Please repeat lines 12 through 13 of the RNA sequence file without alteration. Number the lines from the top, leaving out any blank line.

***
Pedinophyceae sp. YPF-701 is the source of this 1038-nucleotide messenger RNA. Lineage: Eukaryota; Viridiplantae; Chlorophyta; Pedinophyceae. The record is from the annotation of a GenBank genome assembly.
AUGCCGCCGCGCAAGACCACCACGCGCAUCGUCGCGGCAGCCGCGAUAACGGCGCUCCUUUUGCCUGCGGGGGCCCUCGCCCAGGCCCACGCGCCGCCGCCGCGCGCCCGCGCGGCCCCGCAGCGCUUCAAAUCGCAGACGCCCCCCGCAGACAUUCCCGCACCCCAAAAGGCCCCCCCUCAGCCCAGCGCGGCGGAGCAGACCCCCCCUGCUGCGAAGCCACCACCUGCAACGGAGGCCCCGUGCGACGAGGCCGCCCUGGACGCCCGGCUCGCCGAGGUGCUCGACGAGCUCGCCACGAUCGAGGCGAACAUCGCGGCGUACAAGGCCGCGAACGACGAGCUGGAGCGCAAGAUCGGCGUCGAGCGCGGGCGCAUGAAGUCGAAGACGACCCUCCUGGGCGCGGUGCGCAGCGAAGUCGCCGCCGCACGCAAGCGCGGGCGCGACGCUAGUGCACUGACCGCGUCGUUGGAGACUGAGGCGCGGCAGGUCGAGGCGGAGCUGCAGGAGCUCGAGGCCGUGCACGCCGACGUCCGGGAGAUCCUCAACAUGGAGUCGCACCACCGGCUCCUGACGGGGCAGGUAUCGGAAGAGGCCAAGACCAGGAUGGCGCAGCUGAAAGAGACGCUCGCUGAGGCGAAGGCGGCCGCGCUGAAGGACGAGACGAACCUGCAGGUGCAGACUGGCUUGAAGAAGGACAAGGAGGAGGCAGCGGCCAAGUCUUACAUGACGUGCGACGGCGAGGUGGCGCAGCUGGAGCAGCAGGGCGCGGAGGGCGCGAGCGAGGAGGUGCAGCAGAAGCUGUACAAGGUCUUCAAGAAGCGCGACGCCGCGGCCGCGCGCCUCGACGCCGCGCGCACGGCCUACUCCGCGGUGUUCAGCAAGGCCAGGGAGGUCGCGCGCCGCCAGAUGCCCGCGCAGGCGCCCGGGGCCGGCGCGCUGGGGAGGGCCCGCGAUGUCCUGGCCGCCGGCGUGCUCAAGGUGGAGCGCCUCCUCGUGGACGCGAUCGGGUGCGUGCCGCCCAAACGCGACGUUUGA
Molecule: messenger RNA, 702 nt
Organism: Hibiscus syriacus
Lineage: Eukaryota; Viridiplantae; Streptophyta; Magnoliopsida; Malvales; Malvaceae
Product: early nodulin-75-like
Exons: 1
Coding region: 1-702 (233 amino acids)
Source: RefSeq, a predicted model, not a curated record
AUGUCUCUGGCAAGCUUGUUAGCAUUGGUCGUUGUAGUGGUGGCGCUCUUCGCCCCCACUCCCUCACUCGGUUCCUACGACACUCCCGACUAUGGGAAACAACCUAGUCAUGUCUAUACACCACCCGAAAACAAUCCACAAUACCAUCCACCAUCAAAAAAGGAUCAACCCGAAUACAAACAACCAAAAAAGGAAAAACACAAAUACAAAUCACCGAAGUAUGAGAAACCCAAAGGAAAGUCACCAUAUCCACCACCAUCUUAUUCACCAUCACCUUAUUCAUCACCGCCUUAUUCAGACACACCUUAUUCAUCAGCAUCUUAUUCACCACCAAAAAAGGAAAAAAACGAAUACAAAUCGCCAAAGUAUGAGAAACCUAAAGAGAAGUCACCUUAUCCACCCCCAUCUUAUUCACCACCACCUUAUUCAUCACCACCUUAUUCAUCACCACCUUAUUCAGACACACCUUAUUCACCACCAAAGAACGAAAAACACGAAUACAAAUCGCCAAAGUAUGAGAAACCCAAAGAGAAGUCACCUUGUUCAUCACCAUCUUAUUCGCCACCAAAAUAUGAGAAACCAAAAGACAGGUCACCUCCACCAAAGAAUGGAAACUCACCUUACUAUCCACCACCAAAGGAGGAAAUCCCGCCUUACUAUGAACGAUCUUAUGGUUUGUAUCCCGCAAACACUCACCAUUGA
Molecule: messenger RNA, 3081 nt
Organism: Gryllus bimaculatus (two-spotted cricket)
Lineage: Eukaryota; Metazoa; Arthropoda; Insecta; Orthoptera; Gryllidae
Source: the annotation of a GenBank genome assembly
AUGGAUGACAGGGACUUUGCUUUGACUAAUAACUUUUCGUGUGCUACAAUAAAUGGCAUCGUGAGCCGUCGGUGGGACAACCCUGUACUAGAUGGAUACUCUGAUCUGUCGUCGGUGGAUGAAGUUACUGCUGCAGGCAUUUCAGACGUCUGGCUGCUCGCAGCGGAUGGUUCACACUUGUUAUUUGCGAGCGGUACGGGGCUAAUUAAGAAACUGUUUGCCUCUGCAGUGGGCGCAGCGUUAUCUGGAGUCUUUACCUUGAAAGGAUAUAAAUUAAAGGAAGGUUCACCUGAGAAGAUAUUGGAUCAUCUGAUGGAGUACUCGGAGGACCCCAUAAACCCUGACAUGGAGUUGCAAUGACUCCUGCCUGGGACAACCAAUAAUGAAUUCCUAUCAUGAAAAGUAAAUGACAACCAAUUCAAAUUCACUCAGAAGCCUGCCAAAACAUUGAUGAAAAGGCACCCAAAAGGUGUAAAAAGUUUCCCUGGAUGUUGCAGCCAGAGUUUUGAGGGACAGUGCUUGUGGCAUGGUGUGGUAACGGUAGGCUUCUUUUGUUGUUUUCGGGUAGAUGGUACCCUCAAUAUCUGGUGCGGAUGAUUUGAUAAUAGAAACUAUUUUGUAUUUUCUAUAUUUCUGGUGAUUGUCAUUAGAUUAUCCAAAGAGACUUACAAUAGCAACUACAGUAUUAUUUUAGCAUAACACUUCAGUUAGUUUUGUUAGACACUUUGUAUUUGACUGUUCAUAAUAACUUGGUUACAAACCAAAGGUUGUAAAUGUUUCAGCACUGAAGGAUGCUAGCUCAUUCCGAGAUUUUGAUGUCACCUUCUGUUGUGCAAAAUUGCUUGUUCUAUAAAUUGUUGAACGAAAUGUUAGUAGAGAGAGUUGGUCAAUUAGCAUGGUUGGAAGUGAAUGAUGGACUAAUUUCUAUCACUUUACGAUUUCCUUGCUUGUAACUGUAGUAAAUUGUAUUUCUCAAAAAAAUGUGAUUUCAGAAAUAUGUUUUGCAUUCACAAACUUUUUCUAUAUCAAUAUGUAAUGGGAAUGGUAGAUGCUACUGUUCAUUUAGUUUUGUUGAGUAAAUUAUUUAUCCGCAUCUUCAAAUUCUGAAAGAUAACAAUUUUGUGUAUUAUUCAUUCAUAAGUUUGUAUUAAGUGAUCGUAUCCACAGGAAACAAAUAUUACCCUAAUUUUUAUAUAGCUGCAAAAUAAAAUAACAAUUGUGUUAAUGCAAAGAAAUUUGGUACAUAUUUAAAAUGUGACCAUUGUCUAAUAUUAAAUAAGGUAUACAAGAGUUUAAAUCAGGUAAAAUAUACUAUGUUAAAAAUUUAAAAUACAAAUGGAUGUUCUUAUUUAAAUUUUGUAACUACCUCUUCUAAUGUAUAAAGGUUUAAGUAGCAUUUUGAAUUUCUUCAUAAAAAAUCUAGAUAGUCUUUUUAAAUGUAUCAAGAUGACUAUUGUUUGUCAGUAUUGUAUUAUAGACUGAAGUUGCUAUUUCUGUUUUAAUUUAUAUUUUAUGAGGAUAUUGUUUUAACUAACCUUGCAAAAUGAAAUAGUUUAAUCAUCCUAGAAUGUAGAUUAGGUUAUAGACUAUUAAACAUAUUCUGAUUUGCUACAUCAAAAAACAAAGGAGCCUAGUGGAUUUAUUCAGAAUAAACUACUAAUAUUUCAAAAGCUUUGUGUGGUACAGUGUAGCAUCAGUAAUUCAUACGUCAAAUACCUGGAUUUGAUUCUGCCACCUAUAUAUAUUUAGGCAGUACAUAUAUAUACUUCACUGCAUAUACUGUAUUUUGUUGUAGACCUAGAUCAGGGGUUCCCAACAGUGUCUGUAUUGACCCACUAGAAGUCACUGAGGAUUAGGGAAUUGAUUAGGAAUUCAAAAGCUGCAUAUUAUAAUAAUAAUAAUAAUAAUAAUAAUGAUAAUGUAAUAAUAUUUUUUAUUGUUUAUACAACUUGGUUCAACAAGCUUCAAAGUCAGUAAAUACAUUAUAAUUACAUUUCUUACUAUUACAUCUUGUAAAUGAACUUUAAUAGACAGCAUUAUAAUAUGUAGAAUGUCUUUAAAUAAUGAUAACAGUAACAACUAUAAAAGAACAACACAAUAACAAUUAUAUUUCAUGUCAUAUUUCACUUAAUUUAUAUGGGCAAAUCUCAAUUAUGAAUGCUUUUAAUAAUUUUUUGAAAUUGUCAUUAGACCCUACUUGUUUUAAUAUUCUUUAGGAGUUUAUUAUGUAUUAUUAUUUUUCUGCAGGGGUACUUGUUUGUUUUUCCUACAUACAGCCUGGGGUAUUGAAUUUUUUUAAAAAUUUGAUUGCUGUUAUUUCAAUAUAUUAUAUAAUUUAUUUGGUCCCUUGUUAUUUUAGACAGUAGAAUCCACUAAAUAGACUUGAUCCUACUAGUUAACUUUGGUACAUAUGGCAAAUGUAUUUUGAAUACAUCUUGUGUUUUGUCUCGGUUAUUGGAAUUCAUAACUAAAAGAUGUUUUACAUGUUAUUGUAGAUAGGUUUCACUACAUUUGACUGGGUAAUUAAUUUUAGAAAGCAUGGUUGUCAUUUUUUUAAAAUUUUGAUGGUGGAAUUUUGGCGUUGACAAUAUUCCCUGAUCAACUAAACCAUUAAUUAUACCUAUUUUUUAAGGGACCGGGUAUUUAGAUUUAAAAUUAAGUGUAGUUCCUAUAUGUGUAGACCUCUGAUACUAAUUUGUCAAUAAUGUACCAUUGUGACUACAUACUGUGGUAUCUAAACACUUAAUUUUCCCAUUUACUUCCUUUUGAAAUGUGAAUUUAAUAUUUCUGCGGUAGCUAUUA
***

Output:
Organism: Gryllus bimaculatus (two-spotted cricket)
Lineage: Eukaryota; Metazoa; Arthropoda; Insecta; Orthoptera; Gryllidae